29 Sufficient Nexus – undermining principal’s authority creates disruption J.S. v. Blue Mountain School District, 593 F.3d 286 (3 rd Cir. 2010). 2-1. VACATED, reheard with Layshock 6/3/10. Student created MySpace profile parody with principal’s photo from school website. Harshly offensive, pedophilia suggested. 10-day out-of-school suspension. No “geographic technicality” required. “We simply cannot agree that a principal may not regulate student speech rising to this level of vulgarity and containing such reckless and damaging information so as to undermine the principal’s authority in the school and potentially arouse suspicions among the school community about his character.” Copyright © 2010 National School Boards Association. All rights reserved.

30 Sufficient Nexus – when violence threatened Wisniewski v. Bd. Of Ed. Weedsport Central S.D., 494 F.3d 34 (2d Cir. 2007). Student’s IM message contain icon showing violence toward staff. Reasonably foreseeable that school officials would become aware of icon and then substantial disruption likely. Mardis v. Hannibal Public School District No. 60, 684 F.Supp.2d 1114 (E.D. Mo. 2010). Student’s IM message to classmate said he planned to get a gun and kill certain classmates. Student knew or should have known the message would reach the “victims” or school authorities. Reasonable recipient could believe true threats. Also disruption under Tinker. But qualified immunity for principal. Copyright © 2010 National School Boards Association. All rights reserved.

31 Sufficient Nexus – when disruption urged Doninger v. Niehoff, 527 F.3d 41(2d Cir. 2008). Student prevented from student government participation after offensive blog entry. Reasonably foreseeable the entry would be seen by school community and would substantially disrupt the school environment. Copyright © 2010 National School Boards Association. All rights reserved.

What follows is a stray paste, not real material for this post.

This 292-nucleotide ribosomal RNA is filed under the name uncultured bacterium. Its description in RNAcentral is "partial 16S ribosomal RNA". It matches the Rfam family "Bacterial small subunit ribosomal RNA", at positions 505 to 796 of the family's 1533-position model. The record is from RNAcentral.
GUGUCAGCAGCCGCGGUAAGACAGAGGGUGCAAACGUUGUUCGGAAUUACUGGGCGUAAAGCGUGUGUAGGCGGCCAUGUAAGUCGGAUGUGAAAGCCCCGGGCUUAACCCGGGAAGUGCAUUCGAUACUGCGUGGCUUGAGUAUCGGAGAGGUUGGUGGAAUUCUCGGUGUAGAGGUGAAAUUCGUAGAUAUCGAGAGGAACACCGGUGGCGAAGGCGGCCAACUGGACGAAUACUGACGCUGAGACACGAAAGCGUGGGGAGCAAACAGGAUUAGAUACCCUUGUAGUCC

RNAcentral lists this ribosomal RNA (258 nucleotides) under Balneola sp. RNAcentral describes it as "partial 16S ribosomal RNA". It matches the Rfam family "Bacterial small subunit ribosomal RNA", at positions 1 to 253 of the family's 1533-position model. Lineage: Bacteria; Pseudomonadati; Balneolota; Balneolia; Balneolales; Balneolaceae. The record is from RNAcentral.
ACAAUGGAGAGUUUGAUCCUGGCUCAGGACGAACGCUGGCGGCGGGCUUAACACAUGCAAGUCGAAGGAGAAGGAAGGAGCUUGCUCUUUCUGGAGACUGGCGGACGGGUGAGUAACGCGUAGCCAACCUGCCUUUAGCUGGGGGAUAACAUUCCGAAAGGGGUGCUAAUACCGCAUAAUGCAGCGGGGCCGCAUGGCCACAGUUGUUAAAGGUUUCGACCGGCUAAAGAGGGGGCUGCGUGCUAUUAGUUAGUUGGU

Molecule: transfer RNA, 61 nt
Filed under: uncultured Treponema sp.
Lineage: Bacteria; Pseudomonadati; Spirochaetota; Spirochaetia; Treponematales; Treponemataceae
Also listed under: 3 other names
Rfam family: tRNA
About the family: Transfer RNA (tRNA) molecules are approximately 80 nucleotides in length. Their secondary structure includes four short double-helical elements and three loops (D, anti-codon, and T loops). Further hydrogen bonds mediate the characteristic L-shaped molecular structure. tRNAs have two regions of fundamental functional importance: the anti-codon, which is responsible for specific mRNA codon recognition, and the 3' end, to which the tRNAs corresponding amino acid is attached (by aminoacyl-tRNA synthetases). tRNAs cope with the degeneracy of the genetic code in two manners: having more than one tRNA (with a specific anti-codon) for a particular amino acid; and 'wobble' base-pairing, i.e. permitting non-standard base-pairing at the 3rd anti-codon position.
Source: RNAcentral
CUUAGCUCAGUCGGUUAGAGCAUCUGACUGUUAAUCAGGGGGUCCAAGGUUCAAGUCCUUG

32 Insufficient Nexus – disruption not argued Layshock v. Hermitage Sch. Dist., 593 F.3d 249 (3 rd Cir. 2010). VACATED, reheard with J.S. 6/3/10. High School student created parody MySpace profile of principal using photo from school district website. “Big” used often; not pedophilia. When word spread, students accessed profile on school computers. Relationship between conduct and school too attenuated. Use of school district web site did not constitute entering school. Note: punishment particularly harsh: 10-day suspension, AEP, ban from extra-curriculars, and no graduation ceremony. Layshock’s was first of several more offensive sites, but he was the only one punished. Copyright © 2010 National School Boards Association. All rights reserved.

33 Insufficient Nexus – not enough harm J.C. v. Beverly Hills Unified School District, 2009 WL 1914215 (C.D. Cal. 2009, 2010). Offensive You Tube video directed at student. You Tube blocked at school. No classroom disruption, fear of students taking sides “speculative.” Not violent; no threats. Court held: ◦ Geographic origin of the speech is not relevant; Tinker applies to on-campus and off-campus speech. ◦ There was clearly a “nexus” to the school here. ◦ But no substantial disruption or reasonable forecast thereof. Hurt feelings alone ≠ school disruption ◦ Not sufficient interference with rights of others under 2 nd prong of Tinker. Copyright © 2010 National School Boards Association. All rights reserved.

34 Insufficient Nexus – not enough disruption Evans v. Bayer, 684 F.Supp.2d 1365(S.D. Fla. 2010). Student created Facebook page critical of teacher. 3-day suspension and removal from AP classes. Though law confusing, free speech right clearly established because even on-campus standard not met here. Speech arguably aimed at a particular audience at the school ≠ on-campus speech. Copyright © 2010 National School Boards Association. All rights reserved.